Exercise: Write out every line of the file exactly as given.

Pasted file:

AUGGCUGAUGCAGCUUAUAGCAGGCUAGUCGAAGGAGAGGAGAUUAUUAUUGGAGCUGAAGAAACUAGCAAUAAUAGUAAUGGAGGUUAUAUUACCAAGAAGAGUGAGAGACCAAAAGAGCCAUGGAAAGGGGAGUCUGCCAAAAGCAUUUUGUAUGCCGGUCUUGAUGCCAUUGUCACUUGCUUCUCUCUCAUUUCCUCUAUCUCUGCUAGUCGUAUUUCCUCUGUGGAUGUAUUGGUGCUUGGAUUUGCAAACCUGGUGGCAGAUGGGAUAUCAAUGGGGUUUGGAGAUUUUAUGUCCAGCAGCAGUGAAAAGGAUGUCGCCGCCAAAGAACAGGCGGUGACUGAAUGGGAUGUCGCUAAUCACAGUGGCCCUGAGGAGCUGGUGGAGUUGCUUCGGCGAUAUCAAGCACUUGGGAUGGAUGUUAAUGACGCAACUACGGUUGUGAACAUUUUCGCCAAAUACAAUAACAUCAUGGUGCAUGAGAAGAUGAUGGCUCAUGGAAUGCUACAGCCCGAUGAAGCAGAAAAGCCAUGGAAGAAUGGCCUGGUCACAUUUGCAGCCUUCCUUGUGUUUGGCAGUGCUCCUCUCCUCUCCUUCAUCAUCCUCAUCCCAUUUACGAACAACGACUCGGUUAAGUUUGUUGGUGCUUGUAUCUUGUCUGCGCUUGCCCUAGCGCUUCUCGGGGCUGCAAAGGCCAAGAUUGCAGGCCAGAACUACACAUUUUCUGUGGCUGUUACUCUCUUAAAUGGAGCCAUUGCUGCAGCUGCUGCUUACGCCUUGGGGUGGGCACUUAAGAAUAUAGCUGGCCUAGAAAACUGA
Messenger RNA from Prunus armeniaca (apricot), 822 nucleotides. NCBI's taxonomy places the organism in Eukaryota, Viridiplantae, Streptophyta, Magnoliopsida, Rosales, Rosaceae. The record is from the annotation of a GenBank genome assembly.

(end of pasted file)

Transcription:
AUGGCUGAUGCAGCUUAUAGCAGGCUAGUCGAAGGAGAGGAGAUUAUUAUUGGAGCUGAAGAAACUAGCAAUAAUAGUAAUGGAGGUUAUAUUACCAAGAAGAGUGAGAGACCAAAAGAGCCAUGGAAAGGGGAGUCUGCCAAAAGCAUUUUGUAUGCCGGUCUUGAUGCCAUUGUCACUUGCUUCUCUCUCAUUUCCUCUAUCUCUGCUAGUCGUAUUUCCUCUGUGGAUGUAUUGGUGCUUGGAUUUGCAAACCUGGUGGCAGAUGGGAUAUCAAUGGGGUUUGGAGAUUUUAUGUCCAGCAGCAGUGAAAAGGAUGUCGCCGCCAAAGAACAGGCGGUGACUGAAUGGGAUGUCGCUAAUCACAGUGGCCCUGAGGAGCUGGUGGAGUUGCUUCGGCGAUAUCAAGCACUUGGGAUGGAUGUUAAUGACGCAACUACGGUUGUGAACAUUUUCGCCAAAUACAAUAACAUCAUGGUGCAUGAGAAGAUGAUGGCUCAUGGAAUGCUACAGCCCGAUGAAGCAGAAAAGCCAUGGAAGAAUGGCCUGGUCACAUUUGCAGCCUUCCUUGUGUUUGGCAGUGCUCCUCUCCUCUCCUUCAUCAUCCUCAUCCCAUUUACGAACAACGACUCGGUUAAGUUUGUUGGUGCUUGUAUCUUGUCUGCGCUUGCCCUAGCGCUUCUCGGGGCUGCAAAGGCCAAGAUUGCAGGCCAGAACUACACAUUUUCUGUGGCUGUUACUCUCUUAAAUGGAGCCAUUGCUGCAGCUGCUGCUUACGCCUUGGGGUGGGCACUUAAGAAUAUAGCUGGCCUAGAAAACUGA
Messenger RNA from Prunus armeniaca (apricot), 822 nucleotides. NCBI's taxonomy places the organism in Eukaryota, Viridiplantae, Streptophyta, Magnoliopsida, Rosales, Rosaceae. The record is from the annotation of a GenBank genome assembly.